• Should work with any file type, I just use it for CSV files primarily
  • I can’t take any responsibility if this script breaks something! Check the code before you run it!

Parse a String with PHP’s preg_match_all()

Several times I’ve run into scenarios where I needed to essentially parse a string in PHP that wasn’t in a common format (JSON, CSV, tab-separated, etc.). Early on in my career I avoided regular expressions (RegEx) like the plague but a few years back I decided the time was right to embrace RegEx. Good thing I did, too, because with PHP’s preg_match_all() function, solving this requirement was a breeze

My scenario was, I’ve got the following string: Package #1 Box name: Medium Box : 6x4x3: W=1.4: Value=199.99: SKU=1 *  Mobile Phone 1.4lb; Package #2 Box name: Large Box : 10x7x5: W=0.7: Value=39.99: SKU=1 *  Phone Case 2.1lb;. This string is related to an order on an ecommerce store and it tells me that the best way to ship this order is in two separate boxes, once called “Medium Box” and the other called “Large Box.”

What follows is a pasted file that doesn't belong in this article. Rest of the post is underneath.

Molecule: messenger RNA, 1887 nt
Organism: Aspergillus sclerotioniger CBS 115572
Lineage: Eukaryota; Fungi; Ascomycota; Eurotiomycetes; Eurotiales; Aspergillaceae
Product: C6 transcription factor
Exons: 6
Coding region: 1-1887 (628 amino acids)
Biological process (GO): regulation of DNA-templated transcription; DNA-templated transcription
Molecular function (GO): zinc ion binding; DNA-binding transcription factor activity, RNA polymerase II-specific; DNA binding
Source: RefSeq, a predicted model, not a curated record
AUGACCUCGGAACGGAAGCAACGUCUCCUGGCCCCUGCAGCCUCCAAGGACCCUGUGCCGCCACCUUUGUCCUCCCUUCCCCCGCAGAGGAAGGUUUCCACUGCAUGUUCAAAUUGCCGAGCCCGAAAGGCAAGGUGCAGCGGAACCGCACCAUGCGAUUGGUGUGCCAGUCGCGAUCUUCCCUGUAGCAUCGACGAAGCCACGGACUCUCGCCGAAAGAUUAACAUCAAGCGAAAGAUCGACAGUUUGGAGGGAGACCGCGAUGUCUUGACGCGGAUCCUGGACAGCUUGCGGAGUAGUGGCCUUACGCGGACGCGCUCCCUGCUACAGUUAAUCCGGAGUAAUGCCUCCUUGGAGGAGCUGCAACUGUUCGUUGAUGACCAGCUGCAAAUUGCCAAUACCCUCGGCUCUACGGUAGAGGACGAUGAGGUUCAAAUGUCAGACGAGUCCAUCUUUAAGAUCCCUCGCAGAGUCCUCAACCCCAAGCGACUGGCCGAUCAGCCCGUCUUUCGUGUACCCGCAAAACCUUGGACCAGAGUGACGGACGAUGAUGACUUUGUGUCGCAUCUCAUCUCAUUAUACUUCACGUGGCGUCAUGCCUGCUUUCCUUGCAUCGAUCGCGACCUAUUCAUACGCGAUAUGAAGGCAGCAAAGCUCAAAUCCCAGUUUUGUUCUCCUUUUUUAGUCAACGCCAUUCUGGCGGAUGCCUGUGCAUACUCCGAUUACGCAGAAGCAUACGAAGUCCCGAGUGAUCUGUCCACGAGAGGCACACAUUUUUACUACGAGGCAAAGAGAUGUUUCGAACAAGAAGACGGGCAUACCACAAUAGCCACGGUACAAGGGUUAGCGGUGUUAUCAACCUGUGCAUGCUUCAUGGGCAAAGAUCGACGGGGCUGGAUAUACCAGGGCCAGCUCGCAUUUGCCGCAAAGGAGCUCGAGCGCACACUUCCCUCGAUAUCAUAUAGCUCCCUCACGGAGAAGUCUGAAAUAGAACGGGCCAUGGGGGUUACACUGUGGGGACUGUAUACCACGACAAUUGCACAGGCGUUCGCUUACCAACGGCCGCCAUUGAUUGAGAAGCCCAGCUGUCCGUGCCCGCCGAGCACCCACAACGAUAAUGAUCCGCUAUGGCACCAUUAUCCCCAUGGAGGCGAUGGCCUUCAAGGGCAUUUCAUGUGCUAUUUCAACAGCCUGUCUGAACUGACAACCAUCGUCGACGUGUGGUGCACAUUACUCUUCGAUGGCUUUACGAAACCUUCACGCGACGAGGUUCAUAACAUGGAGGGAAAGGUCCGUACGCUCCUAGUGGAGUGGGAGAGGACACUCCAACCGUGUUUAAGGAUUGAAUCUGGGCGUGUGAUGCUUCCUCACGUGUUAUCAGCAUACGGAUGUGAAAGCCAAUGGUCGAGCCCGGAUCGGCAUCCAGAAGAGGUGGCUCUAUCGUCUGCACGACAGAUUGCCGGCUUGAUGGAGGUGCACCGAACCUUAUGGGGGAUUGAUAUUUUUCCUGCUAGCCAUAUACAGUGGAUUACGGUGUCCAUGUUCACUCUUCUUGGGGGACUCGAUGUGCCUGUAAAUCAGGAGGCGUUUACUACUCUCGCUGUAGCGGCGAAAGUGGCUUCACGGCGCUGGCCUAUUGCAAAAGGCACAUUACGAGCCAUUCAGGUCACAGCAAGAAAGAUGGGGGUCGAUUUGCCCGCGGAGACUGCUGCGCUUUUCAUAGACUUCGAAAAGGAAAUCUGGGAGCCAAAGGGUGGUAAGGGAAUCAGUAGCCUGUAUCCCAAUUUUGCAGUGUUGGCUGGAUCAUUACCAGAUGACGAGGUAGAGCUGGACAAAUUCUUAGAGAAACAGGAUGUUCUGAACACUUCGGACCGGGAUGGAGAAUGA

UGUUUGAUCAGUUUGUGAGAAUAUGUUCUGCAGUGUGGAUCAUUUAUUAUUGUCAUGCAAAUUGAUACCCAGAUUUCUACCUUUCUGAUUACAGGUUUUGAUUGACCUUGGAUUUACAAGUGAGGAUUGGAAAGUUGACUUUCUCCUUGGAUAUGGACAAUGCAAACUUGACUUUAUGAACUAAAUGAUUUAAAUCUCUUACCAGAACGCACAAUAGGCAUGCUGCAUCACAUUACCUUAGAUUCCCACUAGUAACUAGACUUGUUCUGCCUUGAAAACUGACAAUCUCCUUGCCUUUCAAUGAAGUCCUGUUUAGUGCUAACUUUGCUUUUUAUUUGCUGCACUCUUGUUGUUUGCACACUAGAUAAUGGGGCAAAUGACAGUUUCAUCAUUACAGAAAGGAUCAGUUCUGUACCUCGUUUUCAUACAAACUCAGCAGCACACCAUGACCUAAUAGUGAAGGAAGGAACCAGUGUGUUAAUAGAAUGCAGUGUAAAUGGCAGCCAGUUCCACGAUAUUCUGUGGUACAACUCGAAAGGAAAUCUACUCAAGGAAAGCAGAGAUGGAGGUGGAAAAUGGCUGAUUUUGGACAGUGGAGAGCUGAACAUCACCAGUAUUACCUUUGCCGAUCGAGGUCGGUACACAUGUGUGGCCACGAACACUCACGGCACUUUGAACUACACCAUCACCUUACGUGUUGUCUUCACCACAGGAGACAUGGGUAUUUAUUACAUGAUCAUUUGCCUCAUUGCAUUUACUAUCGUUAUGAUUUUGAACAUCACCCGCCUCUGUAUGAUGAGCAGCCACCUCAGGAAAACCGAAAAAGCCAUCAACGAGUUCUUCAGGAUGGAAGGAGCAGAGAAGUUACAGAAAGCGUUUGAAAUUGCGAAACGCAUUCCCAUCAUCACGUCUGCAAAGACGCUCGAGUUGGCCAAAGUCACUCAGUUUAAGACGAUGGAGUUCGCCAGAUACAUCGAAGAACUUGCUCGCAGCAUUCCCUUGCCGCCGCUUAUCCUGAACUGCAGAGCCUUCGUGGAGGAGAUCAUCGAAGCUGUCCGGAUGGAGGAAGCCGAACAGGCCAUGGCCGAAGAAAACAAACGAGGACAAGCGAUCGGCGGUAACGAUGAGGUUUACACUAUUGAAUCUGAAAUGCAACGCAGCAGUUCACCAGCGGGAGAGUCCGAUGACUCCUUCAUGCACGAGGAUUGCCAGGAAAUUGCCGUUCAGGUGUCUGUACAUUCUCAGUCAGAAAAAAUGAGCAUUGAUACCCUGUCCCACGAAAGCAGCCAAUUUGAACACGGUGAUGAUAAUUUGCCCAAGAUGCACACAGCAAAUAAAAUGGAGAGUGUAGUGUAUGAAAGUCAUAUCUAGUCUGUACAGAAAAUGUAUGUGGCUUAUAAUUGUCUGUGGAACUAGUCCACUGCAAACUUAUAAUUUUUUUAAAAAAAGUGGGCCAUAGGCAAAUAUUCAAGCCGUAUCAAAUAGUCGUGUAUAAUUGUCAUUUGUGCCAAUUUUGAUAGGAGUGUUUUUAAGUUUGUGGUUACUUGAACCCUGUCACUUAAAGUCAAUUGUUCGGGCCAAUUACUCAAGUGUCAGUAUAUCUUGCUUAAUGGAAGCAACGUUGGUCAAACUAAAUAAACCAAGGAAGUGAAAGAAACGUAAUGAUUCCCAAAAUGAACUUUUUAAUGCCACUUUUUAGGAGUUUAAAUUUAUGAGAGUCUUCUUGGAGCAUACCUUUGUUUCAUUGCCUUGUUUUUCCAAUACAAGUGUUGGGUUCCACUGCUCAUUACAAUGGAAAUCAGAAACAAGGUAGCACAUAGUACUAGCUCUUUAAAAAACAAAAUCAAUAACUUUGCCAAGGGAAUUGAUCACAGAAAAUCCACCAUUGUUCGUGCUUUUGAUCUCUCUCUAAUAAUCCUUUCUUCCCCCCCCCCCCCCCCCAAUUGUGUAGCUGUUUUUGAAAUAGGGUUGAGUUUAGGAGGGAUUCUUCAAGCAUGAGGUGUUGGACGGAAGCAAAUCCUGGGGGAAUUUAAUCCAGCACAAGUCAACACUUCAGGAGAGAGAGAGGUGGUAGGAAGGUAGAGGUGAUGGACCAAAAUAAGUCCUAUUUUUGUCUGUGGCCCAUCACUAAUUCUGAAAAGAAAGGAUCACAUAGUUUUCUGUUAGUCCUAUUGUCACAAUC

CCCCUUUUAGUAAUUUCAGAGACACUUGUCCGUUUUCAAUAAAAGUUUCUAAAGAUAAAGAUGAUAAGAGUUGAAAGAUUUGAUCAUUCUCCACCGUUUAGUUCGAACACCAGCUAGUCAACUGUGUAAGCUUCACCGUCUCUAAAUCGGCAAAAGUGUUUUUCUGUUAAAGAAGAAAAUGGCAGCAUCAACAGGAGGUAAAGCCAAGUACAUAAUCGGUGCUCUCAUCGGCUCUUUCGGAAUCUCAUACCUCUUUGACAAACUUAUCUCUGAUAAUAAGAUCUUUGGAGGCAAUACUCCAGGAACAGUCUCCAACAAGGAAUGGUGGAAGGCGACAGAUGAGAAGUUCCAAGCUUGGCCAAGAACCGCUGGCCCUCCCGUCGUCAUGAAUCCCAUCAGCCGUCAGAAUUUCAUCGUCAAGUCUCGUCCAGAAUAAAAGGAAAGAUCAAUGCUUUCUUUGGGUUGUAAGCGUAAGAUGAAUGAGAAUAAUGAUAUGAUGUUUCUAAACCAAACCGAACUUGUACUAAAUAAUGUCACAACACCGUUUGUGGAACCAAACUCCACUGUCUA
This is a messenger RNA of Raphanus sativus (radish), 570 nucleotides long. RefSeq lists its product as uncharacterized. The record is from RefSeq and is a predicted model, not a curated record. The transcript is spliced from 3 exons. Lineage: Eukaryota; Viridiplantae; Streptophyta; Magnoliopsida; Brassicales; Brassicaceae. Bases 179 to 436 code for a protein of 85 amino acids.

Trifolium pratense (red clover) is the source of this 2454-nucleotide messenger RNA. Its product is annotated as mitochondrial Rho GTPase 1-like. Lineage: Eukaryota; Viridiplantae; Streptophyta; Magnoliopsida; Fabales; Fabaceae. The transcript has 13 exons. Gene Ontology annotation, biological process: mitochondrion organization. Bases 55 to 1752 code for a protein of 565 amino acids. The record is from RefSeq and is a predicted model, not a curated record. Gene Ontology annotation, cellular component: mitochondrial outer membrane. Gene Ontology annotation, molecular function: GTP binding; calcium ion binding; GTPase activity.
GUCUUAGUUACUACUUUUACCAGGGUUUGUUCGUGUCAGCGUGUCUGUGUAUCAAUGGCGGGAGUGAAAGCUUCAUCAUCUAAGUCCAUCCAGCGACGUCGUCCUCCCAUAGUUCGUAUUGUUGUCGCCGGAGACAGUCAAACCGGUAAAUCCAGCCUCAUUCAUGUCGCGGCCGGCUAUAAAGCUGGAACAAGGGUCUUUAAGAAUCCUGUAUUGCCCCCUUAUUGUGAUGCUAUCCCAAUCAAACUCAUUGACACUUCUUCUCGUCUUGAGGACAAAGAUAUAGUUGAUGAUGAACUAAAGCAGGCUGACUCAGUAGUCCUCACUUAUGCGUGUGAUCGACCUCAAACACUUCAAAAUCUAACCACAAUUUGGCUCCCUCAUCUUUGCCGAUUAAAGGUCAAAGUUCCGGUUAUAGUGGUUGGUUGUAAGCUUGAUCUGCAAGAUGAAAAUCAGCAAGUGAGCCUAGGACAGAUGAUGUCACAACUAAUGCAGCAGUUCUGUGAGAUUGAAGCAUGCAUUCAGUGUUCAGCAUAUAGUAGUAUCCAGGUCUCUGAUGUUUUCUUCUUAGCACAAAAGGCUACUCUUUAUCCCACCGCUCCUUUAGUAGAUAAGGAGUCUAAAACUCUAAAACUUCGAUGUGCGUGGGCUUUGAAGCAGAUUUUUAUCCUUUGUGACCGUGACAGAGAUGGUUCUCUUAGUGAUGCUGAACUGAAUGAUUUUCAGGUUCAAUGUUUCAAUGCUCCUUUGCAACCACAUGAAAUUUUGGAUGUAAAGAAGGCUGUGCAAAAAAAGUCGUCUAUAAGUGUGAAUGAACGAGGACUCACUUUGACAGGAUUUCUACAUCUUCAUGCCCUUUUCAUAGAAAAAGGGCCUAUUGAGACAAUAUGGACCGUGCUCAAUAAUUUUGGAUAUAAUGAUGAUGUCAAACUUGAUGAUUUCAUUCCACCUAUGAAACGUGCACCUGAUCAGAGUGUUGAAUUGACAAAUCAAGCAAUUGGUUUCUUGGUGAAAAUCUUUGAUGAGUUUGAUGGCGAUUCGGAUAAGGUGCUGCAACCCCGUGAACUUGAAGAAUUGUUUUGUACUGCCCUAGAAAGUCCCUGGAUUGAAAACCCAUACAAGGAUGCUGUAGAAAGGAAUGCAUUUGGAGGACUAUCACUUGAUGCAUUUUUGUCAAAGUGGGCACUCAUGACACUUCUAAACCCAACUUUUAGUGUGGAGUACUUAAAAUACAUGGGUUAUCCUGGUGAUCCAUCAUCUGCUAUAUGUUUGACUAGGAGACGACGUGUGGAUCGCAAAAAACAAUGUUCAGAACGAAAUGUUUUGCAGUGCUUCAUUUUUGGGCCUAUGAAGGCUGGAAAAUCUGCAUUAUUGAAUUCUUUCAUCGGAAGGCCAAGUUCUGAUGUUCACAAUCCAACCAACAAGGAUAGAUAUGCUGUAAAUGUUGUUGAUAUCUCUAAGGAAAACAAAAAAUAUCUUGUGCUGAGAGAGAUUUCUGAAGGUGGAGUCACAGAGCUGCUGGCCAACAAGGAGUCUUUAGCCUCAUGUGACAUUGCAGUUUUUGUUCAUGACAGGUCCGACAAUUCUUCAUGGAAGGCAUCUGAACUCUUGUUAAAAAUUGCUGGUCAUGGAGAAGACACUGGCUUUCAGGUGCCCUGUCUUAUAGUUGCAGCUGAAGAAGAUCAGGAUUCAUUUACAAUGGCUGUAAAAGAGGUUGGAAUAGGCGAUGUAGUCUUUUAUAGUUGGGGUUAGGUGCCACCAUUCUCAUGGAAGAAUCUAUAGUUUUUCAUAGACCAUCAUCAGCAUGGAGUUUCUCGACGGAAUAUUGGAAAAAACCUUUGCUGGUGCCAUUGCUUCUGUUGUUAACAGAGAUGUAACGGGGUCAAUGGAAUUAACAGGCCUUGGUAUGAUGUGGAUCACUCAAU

This string is not in an easy-to-parse format but it is consistent! What I needed to do was get everything between every occurrence of “Box Name: ” and the subsequent ” : “. Initially I considered using PHP’s substr() function in conjunction with strpos(). I’d use strpos() to work out where “Box Name: ” was, use strpos() again with an offset to look for the subsequent ” : “, adjust both those numbers, and feed that back into substr() as the start and end. What a pain. And, when I have a string that contains multiple boxes as my example does, I’m forced to loop and keep iterating up the offset. That could work, but not really a good solution.

Enter preg_match_all()! Three lines of code is all it took to prove it worked:


$comment = “Package #1 Box name: Medium Box : 6x4x3: W=1.4: Value=: SKU=1 * Samsung Mobile Phone 1.4lbs 1.4lb; Package #2 Box name: Large Box : 10x7x5: W=1.4: Value=: SKU=1 * Samsung Mobile Phone 1.4lbs 1.4lb;”;

preg_match_all(“/Box name: (.*?) : /”, $comment, $boxNames);

print_r($boxNames[1]);